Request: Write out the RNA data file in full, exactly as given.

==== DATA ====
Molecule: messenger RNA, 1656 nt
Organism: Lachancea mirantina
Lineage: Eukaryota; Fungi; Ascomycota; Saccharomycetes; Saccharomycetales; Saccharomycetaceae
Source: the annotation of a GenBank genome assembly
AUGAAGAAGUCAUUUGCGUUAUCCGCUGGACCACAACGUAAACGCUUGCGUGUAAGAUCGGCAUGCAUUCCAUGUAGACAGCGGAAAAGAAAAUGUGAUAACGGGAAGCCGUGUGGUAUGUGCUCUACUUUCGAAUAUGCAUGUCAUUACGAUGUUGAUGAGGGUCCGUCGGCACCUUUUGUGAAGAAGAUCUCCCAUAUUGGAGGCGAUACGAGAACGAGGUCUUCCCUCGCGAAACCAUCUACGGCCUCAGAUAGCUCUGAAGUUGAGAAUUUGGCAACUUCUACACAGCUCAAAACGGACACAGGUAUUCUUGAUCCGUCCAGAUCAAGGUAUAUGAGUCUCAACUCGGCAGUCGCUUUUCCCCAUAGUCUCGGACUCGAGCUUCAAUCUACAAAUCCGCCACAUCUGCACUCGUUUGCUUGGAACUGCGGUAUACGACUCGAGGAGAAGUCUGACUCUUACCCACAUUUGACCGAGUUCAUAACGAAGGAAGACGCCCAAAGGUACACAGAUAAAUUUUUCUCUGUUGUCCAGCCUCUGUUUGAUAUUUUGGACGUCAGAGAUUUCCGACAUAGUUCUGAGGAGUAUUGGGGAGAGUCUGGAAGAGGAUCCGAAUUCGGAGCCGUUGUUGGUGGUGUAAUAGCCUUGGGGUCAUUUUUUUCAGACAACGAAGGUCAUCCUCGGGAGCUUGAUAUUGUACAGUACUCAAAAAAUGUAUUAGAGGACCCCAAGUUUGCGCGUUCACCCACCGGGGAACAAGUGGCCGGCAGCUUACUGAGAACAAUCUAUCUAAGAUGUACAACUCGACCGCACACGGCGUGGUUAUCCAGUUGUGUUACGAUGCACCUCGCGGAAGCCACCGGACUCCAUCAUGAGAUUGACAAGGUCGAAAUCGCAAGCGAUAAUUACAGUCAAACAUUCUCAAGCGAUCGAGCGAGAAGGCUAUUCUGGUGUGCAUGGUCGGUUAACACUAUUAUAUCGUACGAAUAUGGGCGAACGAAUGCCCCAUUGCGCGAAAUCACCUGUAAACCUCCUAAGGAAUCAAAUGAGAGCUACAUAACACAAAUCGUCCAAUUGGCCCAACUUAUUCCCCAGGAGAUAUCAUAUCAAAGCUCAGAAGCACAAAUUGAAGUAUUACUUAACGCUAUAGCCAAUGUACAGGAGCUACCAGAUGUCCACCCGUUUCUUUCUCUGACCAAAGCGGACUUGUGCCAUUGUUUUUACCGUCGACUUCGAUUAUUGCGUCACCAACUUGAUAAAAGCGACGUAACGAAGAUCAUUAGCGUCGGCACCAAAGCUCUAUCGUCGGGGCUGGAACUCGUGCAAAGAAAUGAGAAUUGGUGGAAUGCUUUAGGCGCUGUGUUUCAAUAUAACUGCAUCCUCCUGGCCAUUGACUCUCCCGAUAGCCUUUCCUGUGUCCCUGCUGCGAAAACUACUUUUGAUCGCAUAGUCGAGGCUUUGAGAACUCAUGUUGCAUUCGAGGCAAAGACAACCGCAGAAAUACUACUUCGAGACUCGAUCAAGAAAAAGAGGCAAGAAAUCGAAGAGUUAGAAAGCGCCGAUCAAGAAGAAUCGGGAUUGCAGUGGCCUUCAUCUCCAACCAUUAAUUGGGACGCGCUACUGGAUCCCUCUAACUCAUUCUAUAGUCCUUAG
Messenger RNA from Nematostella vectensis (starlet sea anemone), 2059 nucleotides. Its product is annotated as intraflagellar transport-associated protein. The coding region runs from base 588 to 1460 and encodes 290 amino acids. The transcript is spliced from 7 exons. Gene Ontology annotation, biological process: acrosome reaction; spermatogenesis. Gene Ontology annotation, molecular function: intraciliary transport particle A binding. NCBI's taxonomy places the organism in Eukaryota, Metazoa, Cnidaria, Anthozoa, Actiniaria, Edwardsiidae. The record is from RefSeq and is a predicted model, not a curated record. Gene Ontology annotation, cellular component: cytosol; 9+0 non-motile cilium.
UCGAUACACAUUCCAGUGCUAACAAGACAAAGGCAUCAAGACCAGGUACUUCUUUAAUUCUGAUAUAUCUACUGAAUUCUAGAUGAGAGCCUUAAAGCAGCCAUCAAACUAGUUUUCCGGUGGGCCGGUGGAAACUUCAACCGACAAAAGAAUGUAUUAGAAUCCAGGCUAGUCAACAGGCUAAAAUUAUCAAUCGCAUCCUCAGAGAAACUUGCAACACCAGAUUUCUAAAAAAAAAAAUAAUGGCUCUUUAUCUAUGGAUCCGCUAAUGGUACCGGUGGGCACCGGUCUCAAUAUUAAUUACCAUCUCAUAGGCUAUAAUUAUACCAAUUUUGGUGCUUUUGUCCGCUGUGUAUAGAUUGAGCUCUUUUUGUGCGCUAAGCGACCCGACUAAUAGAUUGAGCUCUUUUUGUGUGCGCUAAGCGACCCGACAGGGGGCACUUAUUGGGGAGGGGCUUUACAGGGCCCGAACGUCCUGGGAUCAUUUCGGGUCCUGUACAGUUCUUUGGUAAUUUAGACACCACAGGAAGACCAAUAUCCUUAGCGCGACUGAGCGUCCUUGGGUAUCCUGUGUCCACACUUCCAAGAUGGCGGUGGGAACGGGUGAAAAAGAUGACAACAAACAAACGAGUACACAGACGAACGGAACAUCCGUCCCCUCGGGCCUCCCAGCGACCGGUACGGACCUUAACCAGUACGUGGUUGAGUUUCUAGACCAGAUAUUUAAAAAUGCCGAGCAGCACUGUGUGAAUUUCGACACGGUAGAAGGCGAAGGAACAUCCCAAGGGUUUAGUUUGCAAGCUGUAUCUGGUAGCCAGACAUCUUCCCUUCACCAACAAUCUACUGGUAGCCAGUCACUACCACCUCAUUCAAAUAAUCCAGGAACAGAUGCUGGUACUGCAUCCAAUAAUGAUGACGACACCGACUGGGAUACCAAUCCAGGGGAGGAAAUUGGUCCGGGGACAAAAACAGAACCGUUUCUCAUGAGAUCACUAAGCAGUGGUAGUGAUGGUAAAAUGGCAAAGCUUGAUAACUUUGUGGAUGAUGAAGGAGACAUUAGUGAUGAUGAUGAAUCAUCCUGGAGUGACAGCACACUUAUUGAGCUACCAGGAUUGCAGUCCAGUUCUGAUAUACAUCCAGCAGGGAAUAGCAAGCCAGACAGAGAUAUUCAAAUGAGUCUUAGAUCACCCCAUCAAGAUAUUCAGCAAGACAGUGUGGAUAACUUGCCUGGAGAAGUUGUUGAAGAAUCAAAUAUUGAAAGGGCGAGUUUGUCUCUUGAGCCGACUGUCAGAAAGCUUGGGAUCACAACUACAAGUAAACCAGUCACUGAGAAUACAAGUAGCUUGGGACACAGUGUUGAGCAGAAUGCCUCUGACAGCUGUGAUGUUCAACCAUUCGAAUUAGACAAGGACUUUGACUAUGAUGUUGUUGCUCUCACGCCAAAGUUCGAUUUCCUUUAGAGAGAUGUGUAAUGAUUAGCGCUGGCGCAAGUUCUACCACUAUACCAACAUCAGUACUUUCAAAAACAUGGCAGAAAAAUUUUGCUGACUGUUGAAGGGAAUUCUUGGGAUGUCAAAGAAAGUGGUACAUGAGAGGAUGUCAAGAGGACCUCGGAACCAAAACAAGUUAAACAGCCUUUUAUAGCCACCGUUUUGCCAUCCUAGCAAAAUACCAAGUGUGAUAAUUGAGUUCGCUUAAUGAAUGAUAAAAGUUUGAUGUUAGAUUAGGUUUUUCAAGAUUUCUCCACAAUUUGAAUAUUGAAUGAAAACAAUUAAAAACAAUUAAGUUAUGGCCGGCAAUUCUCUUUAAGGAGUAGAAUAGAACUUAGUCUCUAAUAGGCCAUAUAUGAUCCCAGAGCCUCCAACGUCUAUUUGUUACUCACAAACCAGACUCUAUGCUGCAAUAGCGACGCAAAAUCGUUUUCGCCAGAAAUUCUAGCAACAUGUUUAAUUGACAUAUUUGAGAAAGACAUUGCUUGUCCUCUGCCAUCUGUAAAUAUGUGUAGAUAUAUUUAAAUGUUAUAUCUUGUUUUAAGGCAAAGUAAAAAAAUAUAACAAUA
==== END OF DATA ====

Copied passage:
Molecule: messenger RNA, 1656 nt
Organism: Lachancea mirantina
Lineage: Eukaryota; Fungi; Ascomycota; Saccharomycetes; Saccharomycetales; Saccharomycetaceae
Source: the annotation of a GenBank genome assembly
AUGAAGAAGUCAUUUGCGUUAUCCGCUGGACCACAACGUAAACGCUUGCGUGUAAGAUCGGCAUGCAUUCCAUGUAGACAGCGGAAAAGAAAAUGUGAUAACGGGAAGCCGUGUGGUAUGUGCUCUACUUUCGAAUAUGCAUGUCAUUACGAUGUUGAUGAGGGUCCGUCGGCACCUUUUGUGAAGAAGAUCUCCCAUAUUGGAGGCGAUACGAGAACGAGGUCUUCCCUCGCGAAACCAUCUACGGCCUCAGAUAGCUCUGAAGUUGAGAAUUUGGCAACUUCUACACAGCUCAAAACGGACACAGGUAUUCUUGAUCCGUCCAGAUCAAGGUAUAUGAGUCUCAACUCGGCAGUCGCUUUUCCCCAUAGUCUCGGACUCGAGCUUCAAUCUACAAAUCCGCCACAUCUGCACUCGUUUGCUUGGAACUGCGGUAUACGACUCGAGGAGAAGUCUGACUCUUACCCACAUUUGACCGAGUUCAUAACGAAGGAAGACGCCCAAAGGUACACAGAUAAAUUUUUCUCUGUUGUCCAGCCUCUGUUUGAUAUUUUGGACGUCAGAGAUUUCCGACAUAGUUCUGAGGAGUAUUGGGGAGAGUCUGGAAGAGGAUCCGAAUUCGGAGCCGUUGUUGGUGGUGUAAUAGCCUUGGGGUCAUUUUUUUCAGACAACGAAGGUCAUCCUCGGGAGCUUGAUAUUGUACAGUACUCAAAAAAUGUAUUAGAGGACCCCAAGUUUGCGCGUUCACCCACCGGGGAACAAGUGGCCGGCAGCUUACUGAGAACAAUCUAUCUAAGAUGUACAACUCGACCGCACACGGCGUGGUUAUCCAGUUGUGUUACGAUGCACCUCGCGGAAGCCACCGGACUCCAUCAUGAGAUUGACAAGGUCGAAAUCGCAAGCGAUAAUUACAGUCAAACAUUCUCAAGCGAUCGAGCGAGAAGGCUAUUCUGGUGUGCAUGGUCGGUUAACACUAUUAUAUCGUACGAAUAUGGGCGAACGAAUGCCCCAUUGCGCGAAAUCACCUGUAAACCUCCUAAGGAAUCAAAUGAGAGCUACAUAACACAAAUCGUCCAAUUGGCCCAACUUAUUCCCCAGGAGAUAUCAUAUCAAAGCUCAGAAGCACAAAUUGAAGUAUUACUUAACGCUAUAGCCAAUGUACAGGAGCUACCAGAUGUCCACCCGUUUCUUUCUCUGACCAAAGCGGACUUGUGCCAUUGUUUUUACCGUCGACUUCGAUUAUUGCGUCACCAACUUGAUAAAAGCGACGUAACGAAGAUCAUUAGCGUCGGCACCAAAGCUCUAUCGUCGGGGCUGGAACUCGUGCAAAGAAAUGAGAAUUGGUGGAAUGCUUUAGGCGCUGUGUUUCAAUAUAACUGCAUCCUCCUGGCCAUUGACUCUCCCGAUAGCCUUUCCUGUGUCCCUGCUGCGAAAACUACUUUUGAUCGCAUAGUCGAGGCUUUGAGAACUCAUGUUGCAUUCGAGGCAAAGACAACCGCAGAAAUACUACUUCGAGACUCGAUCAAGAAAAAGAGGCAAGAAAUCGAAGAGUUAGAAAGCGCCGAUCAAGAAGAAUCGGGAUUGCAGUGGCCUUCAUCUCCAACCAUUAAUUGGGACGCGCUACUGGAUCCCUCUAACUCAUUCUAUAGUCCUUAG
Messenger RNA from Nematostella vectensis (starlet sea anemone), 2059 nucleotides. Its product is annotated as intraflagellar transport-associated protein. The coding region runs from base 588 to 1460 and encodes 290 amino acids. The transcript is spliced from 7 exons. Gene Ontology annotation, biological process: acrosome reaction; spermatogenesis. Gene Ontology annotation, molecular function: intraciliary transport particle A binding. NCBI's taxonomy places the organism in Eukaryota, Metazoa, Cnidaria, Anthozoa, Actiniaria, Edwardsiidae. The record is from RefSeq and is a predicted model, not a curated record. Gene Ontology annotation, cellular component: cytosol; 9+0 non-motile cilium.
UCGAUACACAUUCCAGUGCUAACAAGACAAAGGCAUCAAGACCAGGUACUUCUUUAAUUCUGAUAUAUCUACUGAAUUCUAGAUGAGAGCCUUAAAGCAGCCAUCAAACUAGUUUUCCGGUGGGCCGGUGGAAACUUCAACCGACAAAAGAAUGUAUUAGAAUCCAGGCUAGUCAACAGGCUAAAAUUAUCAAUCGCAUCCUCAGAGAAACUUGCAACACCAGAUUUCUAAAAAAAAAAAUAAUGGCUCUUUAUCUAUGGAUCCGCUAAUGGUACCGGUGGGCACCGGUCUCAAUAUUAAUUACCAUCUCAUAGGCUAUAAUUAUACCAAUUUUGGUGCUUUUGUCCGCUGUGUAUAGAUUGAGCUCUUUUUGUGCGCUAAGCGACCCGACUAAUAGAUUGAGCUCUUUUUGUGUGCGCUAAGCGACCCGACAGGGGGCACUUAUUGGGGAGGGGCUUUACAGGGCCCGAACGUCCUGGGAUCAUUUCGGGUCCUGUACAGUUCUUUGGUAAUUUAGACACCACAGGAAGACCAAUAUCCUUAGCGCGACUGAGCGUCCUUGGGUAUCCUGUGUCCACACUUCCAAGAUGGCGGUGGGAACGGGUGAAAAAGAUGACAACAAACAAACGAGUACACAGACGAACGGAACAUCCGUCCCCUCGGGCCUCCCAGCGACCGGUACGGACCUUAACCAGUACGUGGUUGAGUUUCUAGACCAGAUAUUUAAAAAUGCCGAGCAGCACUGUGUGAAUUUCGACACGGUAGAAGGCGAAGGAACAUCCCAAGGGUUUAGUUUGCAAGCUGUAUCUGGUAGCCAGACAUCUUCCCUUCACCAACAAUCUACUGGUAGCCAGUCACUACCACCUCAUUCAAAUAAUCCAGGAACAGAUGCUGGUACUGCAUCCAAUAAUGAUGACGACACCGACUGGGAUACCAAUCCAGGGGAGGAAAUUGGUCCGGGGACAAAAACAGAACCGUUUCUCAUGAGAUCACUAAGCAGUGGUAGUGAUGGUAAAAUGGCAAAGCUUGAUAACUUUGUGGAUGAUGAAGGAGACAUUAGUGAUGAUGAUGAAUCAUCCUGGAGUGACAGCACACUUAUUGAGCUACCAGGAUUGCAGUCCAGUUCUGAUAUACAUCCAGCAGGGAAUAGCAAGCCAGACAGAGAUAUUCAAAUGAGUCUUAGAUCACCCCAUCAAGAUAUUCAGCAAGACAGUGUGGAUAACUUGCCUGGAGAAGUUGUUGAAGAAUCAAAUAUUGAAAGGGCGAGUUUGUCUCUUGAGCCGACUGUCAGAAAGCUUGGGAUCACAACUACAAGUAAACCAGUCACUGAGAAUACAAGUAGCUUGGGACACAGUGUUGAGCAGAAUGCCUCUGACAGCUGUGAUGUUCAACCAUUCGAAUUAGACAAGGACUUUGACUAUGAUGUUGUUGCUCUCACGCCAAAGUUCGAUUUCCUUUAGAGAGAUGUGUAAUGAUUAGCGCUGGCGCAAGUUCUACCACUAUACCAACAUCAGUACUUUCAAAAACAUGGCAGAAAAAUUUUGCUGACUGUUGAAGGGAAUUCUUGGGAUGUCAAAGAAAGUGGUACAUGAGAGGAUGUCAAGAGGACCUCGGAACCAAAACAAGUUAAACAGCCUUUUAUAGCCACCGUUUUGCCAUCCUAGCAAAAUACCAAGUGUGAUAAUUGAGUUCGCUUAAUGAAUGAUAAAAGUUUGAUGUUAGAUUAGGUUUUUCAAGAUUUCUCCACAAUUUGAAUAUUGAAUGAAAACAAUUAAAAACAAUUAAGUUAUGGCCGGCAAUUCUCUUUAAGGAGUAGAAUAGAACUUAGUCUCUAAUAGGCCAUAUAUGAUCCCAGAGCCUCCAACGUCUAUUUGUUACUCACAAACCAGACUCUAUGCUGCAAUAGCGACGCAAAAUCGUUUUCGCCAGAAAUUCUAGCAACAUGUUUAAUUGACAUAUUUGAGAAAGACAUUGCUUGUCCUCUGCCAUCUGUAAAUAUGUGUAGAUAUAUUUAAAUGUUAUAUCUUGUUUUAAGGCAAAGUAAAAAAAUAUAACAAUA